Published: 2020-11-26

Obstetric emergencies in the maternity ward of the Ignace Deen national hospital CHU of Conakry: sociodemographic, therapeutic and maternal fetal prognosis aspects

Ibrahima S. Balde, Ousmane Baldé, Ibrahima Sylla, Ibrahima T. Diallo, Alhassane I. I. Sow, Alpha B. Barry, Thierno M. D. Bah


Background: Despite government efforts to reduce maternal mortality, the risk of a woman dying from obstetric complications is about one in six in the poorest regions of the world compared to one in thirty thousand in North Europe. The objective was therefore to describe the clinical socio-demographic aspects and to establish the maternal and fetal prognosis of obstetric emergencies.

Methods: This was a descriptive cross-sectional prospective study over a 6-month period from January 1 to June 30, 2020 carried out at the maternity ward of the Ignace Deen national hospital (Conakry university hospital) in Guinea. The study looked at a continuous series of 662 obstetric emergency cases.

Results: The frequency of admission of obstetric emergencies was 22.62%. They concerned young women (29.5 years old) on average, first-time mothers (53.32%), with low income professional activities, evacuated from a peripheral maternity unit (63.14%), no schooling (44.9%), married (92.3%), using the more often a means of public transport (66.5%) and whose pregnancies were poorly monitored (63.9%). Fetal emergencies were dominated by acute fetal distress (91.3%) and maternal emergencies were dominated by hypertensive emergencies (pre-eclampsia and eclampsia 37.44%) followed by hemorrhagic emergencies (last trimester hemorrhage and postpartum hemorrhage 34.34%). Pregnant and parturient women were more frequently admitted to labor (62.7%) and gave birth more frequently by caesarean section (86.70%). the staff reacted promptly to make a treatment decision in 75.5% of cases within fifteen minutes. emergency procedures were performed in less than fifteen minutes in almost all cases (97.4%), specific treatment was carried out in less than an hour in the majority of cases (68.3%). The maternal case fatality rate was 4.1% with the main cause of death being hemorrhagic shock of 51.8%. The stillbirth rate was 17.4%.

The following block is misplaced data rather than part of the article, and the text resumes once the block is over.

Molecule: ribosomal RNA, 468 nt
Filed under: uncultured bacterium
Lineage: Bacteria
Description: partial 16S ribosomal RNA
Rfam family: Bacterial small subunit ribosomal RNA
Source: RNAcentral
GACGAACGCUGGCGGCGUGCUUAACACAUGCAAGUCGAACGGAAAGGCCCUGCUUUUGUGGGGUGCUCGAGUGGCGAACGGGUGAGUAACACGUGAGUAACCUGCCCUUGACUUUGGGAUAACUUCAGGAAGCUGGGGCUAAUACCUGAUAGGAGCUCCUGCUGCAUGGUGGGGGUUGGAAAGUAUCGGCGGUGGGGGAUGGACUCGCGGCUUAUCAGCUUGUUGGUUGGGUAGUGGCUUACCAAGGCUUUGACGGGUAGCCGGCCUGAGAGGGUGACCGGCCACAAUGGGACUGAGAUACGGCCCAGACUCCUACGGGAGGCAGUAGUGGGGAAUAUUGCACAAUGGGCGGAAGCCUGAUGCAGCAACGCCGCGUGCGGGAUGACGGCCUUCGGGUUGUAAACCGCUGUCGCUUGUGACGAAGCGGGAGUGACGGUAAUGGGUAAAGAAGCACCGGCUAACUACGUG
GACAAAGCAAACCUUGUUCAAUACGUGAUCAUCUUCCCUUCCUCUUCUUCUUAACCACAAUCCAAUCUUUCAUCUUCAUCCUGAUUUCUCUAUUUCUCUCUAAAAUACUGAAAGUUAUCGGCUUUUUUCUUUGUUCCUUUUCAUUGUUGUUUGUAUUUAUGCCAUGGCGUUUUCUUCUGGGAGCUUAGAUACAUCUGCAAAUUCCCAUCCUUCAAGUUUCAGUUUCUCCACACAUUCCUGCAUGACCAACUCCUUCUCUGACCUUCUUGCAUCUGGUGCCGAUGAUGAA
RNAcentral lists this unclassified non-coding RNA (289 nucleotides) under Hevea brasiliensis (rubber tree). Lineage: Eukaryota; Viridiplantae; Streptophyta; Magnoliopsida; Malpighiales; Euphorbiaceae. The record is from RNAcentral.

Conclusions: The anticipation of emergency obstetric care (SOU) and close collaboration between the obstetrician, the anesthesiologist-resuscitator are essential in the management of obstetric emergencies.


Obstetric emergencies, Socio-demographic, Clinical, Treatment, Prognosis, Guinea

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